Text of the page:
Submissions and Submittals

By Maeve Maddox

Scott asks:

Would you comment on the differences in the nouns “submittal” and “submission” to denote a document submitted to someone or, perhaps, uploaded to a website?  Which is better and under what circumstances? The major sources, Strunk and White, Chicago, for example, don’t mention them.  I prefer the concrete submittal because the word submission has so many other meanings, but I’m having a hard time proving it.

The OED has a very meagre entry for the word submittal: “The act of submitting.” It offers a single example, from an American source dated 1888 that refers to “a letter of submittal.”

Merriam-Webster gives the word the same short shrift: “an act of submitting.”

In legal use submission has four possible meanings:

agreement to abide by a decision or to obey an authority
reference to the decision or judgement of a (third) party
the referring of a matter to arbitration
a theory of a case put forward by an advocate

And, of course, submission can mean the action of submitting to a conquering power.

In its well-established general sense, submission means “the act of submitting a matter to a person for decision or consideration.”

Although absent from the two dictionaries cited above, the word submittal does enjoy a specialized use among architects and construction managers. Answers.com offers these definitions:

Submittals in Construction Management are shop drawings, material data, and samples. Product data submittals, samples, and shop drawings are required primarily for the architect and engineer to verify that the correct products will be installed on the project.

Architecture: materials such as samples or manufacturers’ data that are submitted to the architect for approval; usually a requirement of the contract documents.

The reader’s objection to the use of submission is that it has “so many other meanings.” This is not a very strong basis for objection. A great many of the words we use have many meanings. English speakers are used to rolling with the punches. For example, no one is going to misinterpret the meanings of the following sentences:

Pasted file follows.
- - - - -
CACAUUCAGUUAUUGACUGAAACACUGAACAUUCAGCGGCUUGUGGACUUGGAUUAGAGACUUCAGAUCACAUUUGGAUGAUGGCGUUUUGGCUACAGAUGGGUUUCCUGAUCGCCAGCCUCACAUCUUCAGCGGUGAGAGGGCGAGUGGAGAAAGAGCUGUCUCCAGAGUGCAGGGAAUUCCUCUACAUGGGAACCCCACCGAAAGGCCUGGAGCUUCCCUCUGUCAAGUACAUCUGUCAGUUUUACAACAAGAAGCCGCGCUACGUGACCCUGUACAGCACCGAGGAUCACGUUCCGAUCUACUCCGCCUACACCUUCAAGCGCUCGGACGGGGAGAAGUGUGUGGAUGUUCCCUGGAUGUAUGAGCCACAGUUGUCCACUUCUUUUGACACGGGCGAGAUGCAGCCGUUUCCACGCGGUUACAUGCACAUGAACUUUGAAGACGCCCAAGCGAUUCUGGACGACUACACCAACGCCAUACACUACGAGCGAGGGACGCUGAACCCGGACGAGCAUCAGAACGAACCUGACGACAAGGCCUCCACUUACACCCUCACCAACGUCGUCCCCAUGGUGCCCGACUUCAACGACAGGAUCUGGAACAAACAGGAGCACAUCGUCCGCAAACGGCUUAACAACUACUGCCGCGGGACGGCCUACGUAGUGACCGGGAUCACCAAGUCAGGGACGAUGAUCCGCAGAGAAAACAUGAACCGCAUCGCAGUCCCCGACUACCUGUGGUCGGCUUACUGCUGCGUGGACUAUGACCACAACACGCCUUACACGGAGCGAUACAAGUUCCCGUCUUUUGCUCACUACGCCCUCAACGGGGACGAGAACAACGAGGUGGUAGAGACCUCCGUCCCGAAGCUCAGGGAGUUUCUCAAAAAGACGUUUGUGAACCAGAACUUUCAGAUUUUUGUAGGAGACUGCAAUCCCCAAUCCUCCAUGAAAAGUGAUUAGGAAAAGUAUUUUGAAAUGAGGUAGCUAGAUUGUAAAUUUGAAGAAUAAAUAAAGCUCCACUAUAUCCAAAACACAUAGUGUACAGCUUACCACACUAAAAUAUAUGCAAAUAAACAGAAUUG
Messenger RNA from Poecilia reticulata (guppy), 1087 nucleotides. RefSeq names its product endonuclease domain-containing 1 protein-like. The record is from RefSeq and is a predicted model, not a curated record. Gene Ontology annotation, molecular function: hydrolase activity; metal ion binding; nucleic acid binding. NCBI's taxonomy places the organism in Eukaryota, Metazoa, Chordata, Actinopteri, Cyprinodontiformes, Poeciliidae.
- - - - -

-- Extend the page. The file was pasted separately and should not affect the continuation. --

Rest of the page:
Caesar sought the submission of the Gauls.
My novel submission has been accepted by Harper-Collins.

Context is all.

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7 Responses to “Submissions and Submittals”

  • Kathryn

    Actually. . .I read “novel submission” as “unusual submission”–so it is possible to misinterpret that latter sentence. But why even include “submission” in it? “My novel has been accepted by Harper Collins” is surely sufficient?

  • Maeve

    I see that my example is ambiguous, but I believe that my point about submission vs submittal remains unchanged.

  • Cecily

    @Kathryn: Surely submitting a novel to a publisher is very different from the publisher accepting it?

  • Cecily

    Grr. If only one could edit one’s posts. Sorry, Kathryn, I entirely agree with you. (I read the post earlier and just checked in for comments without rereading the original post carefully enough. Lesson learned.)

  • Kathryn

    Grin–agreed, Maeve, your point was clear. . .and valid. And, Cecily, yes, I am told that there is a huge difference between submitting it to the publisher and having it accepted by the publisher. As I haven’t a creative bone in my body, it’s not something I’ll ever experience for myself, but I gather that having it accepted is downright intoxicating.

  • Harvey Levine

    Nice piece. Perhaps because of architects’ usage, those applying for land use approvals make “submittals”.

  • bwik

    I think the author misses the point here. “Submittal” is a curious substitute for the extremely common “submission” in the context of submitting a job application. But a few large firms are now using it that way. This is one of those business-speak abominations that ruin our language, and perhaps our world.

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